The pharmaceutical industry IS spending a lot of time and money trying to develop medications effect to pursue relieving depression. Just turn on your TV (in American, at least) and every other commercial shown is for some form of anti-depressant drug or another. The problem being faced is that the brain is still such a mystery to medical science, and also what works for some people does not work for others. In either situation, medications are not a solution in many cases. For instance, while we do have medications to relieve headaches, if someone continues to have headaches then they need to pursue finding out what the actual cause is. Just taking a pill is not always a solution as it relieves the symptoms but does not eliminate the root cause and bring about a cure. Illegal drugs and alcohol are not wise choices since they are not solutions to the root issue, they are only "mind altering." Add to that the fact that alcohol, as well as some illegal drugs, are depressants in themselves and so they're not really helping, they are only making things in the long run worse.
  10. pickwithaustin

    pickwithaustin Staff Alumni

    I firmly believe that the only way to find life to not be pointless is to set goals. Why would goals be pointless? Perhaps you are not finding and setting the right goals for you, or you are setting goals that are not attainable. Goals may relate to career, they may relate to family, they may even simply be hobby oriented. I, for instance, collect various things and I take pleasure out of seeking those things out, and once obtained, enjoying and treasuring them. Goals don't have to be materialistic either. Some people have fitness goals. Others spend great amounts of time giving back to their community via volunteering. There are a million choices, but the choices do of course have to be your own. What one person sets as a goal, be it career, or hobby, or ???, may not be something the next guy would find challenging or pleasurable.
  11. J58

    J58 Member

    I agree with your assessments, but I believe that the products put out by the pharmaceutical industry and currently advertised on TV are NOT intended for short term relief of acute symptoms. Every doctor will tell you that all of these products, dependent on the patient, take quite a bit of time to balance out with brain chemistry, and only then can the effects be judged properly. In your example of headache relief medication, yes, a persistent heachache should lead a patient to ultimately see a doctor. But that's my point - there IS medication intended to relieve the headache in a relatively short period of time. And even the commercials for these medications stress that they are not repairing any underlying, root causes. Neither would a short-term psycologically-effected relief medication. My belief is that, by design, there are no equivalents out there. I agree that there are rare instances where some patients receive immediate relief when starting an anti-depressant or similar, but I believe they are rare, and not the norm. Again, the medical community will state that these mood/ brain-chemistry altering medicines are not intended to act quickly. Often, in a severe or critical situation, I believe that is what is needed. As someone who deals with this on a regular basis, the long term effects of a combination of anti-depressants aren't very helpful in an immediate, accute situation.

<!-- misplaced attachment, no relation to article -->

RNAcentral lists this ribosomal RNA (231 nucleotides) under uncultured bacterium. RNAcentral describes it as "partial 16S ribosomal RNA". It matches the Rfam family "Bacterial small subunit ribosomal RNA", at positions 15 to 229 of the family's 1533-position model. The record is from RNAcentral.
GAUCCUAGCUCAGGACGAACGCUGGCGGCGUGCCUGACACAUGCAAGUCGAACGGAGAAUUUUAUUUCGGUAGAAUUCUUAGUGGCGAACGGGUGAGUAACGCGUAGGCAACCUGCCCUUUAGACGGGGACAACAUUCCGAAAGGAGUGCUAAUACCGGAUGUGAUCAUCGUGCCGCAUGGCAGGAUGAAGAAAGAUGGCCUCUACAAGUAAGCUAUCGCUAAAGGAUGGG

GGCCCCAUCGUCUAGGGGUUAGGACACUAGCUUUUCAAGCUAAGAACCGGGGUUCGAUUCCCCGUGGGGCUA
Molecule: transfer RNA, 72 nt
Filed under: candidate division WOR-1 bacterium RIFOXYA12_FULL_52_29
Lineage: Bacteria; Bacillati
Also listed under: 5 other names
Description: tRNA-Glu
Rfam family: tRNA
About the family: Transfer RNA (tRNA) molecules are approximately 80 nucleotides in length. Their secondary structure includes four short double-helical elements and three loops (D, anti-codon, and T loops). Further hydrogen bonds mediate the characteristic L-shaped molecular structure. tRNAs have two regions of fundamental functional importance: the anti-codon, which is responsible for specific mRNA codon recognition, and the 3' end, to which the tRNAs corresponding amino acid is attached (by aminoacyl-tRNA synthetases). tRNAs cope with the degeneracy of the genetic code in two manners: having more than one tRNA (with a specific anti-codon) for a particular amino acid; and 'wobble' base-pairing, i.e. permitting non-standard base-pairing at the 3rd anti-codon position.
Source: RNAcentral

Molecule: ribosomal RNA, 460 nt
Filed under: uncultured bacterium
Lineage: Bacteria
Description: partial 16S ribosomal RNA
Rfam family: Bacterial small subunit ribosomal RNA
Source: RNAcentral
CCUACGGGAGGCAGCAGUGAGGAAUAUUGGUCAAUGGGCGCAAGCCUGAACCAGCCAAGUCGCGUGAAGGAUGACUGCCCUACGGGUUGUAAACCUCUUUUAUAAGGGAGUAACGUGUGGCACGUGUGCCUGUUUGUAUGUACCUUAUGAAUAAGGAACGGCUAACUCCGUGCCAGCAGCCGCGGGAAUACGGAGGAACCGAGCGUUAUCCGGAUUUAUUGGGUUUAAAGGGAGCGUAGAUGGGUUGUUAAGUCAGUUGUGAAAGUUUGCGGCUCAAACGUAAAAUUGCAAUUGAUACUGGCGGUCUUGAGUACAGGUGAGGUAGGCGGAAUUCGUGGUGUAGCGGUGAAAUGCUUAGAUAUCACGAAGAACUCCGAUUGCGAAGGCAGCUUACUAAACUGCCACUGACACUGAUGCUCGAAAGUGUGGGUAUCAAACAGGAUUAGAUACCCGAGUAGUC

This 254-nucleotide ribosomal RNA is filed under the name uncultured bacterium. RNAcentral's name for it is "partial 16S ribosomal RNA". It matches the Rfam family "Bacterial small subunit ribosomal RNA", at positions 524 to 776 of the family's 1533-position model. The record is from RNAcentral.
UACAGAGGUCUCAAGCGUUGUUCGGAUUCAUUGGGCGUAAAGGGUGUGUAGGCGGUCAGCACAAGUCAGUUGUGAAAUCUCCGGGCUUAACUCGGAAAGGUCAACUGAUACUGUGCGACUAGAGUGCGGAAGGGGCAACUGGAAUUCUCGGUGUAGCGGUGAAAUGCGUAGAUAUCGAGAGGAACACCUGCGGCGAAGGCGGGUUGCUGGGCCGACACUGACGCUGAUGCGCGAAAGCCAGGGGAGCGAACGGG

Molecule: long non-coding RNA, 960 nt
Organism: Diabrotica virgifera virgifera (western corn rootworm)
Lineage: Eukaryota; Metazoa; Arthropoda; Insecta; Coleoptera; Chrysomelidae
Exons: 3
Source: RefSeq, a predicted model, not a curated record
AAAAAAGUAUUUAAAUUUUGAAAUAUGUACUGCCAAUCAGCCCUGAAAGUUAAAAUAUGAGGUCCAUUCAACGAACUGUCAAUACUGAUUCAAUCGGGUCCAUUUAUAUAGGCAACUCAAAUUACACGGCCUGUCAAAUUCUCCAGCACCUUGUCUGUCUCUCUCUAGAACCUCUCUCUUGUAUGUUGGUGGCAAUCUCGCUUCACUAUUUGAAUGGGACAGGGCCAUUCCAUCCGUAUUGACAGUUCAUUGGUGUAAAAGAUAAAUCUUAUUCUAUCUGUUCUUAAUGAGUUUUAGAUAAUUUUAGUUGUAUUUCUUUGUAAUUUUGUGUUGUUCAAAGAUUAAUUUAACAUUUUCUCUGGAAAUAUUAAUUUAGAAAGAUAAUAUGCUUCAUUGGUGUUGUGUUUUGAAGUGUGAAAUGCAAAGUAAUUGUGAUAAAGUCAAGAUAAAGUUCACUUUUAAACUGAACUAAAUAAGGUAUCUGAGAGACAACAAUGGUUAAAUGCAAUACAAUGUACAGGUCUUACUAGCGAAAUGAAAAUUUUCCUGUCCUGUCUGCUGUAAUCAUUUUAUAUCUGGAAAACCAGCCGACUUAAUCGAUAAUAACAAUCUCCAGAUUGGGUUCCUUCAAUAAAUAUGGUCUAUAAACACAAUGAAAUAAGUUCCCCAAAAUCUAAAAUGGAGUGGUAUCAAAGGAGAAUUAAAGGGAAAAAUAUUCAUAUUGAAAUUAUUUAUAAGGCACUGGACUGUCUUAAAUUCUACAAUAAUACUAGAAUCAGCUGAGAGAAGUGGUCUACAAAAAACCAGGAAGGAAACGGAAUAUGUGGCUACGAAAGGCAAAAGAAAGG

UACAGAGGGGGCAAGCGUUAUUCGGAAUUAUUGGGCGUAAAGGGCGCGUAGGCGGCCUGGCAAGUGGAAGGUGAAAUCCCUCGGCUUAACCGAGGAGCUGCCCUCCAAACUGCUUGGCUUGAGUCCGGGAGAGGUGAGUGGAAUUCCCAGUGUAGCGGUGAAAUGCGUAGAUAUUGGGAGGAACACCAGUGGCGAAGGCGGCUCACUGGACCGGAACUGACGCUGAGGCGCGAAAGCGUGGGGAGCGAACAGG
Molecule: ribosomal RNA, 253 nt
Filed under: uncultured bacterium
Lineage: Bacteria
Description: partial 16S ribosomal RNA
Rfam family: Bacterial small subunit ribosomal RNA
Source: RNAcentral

I think that having a short-term drug that would help people "step back from the edge", so to speak, would be helpful as long as the patient followed up with long term care.

    Thank you for sharing.
  12. Ldub20

    Ldub20 Well-Known Member

    Life is pointless. Just complete BS.
  13. Shock

    Shock Well-Known Member

    I really do agree! In past I had loads of goals - Ive built furniture from scratch, restored old push bikes tried my hand at art, etc. But for some reason I just cannot bring myself to do it anymore. I remember one of the greatest things I learnt from doing those projects was to be patient and to take the time to concentrate - I think thats what I am now lacking. I think the depression I have has affected my physical ability to concentrate and have energy to perform these tasks. Its weird - it seems to be sapping my cognitive reserves! haha. Still, maybe baby steps...
  14. Percarus

    Percarus Account Closed

    I find keeping a detailed diary of your life, each and every day, and typing down your life in accurate meticulous detail as best as you can over time may give you a feeling of satisfaction and pave way for eudaimonia. It will let you better understand who you are, what you are here for, and it can become extremelly useful in reflecting to periods of your life and for information of old. You then may set a goal of making your diary interesting by indulging in new exciting things each and every day to spice up your stories, sort of become a 'yes man' by all accounts. It is never too late and with a pride within your own life comes a new beginning and new hope.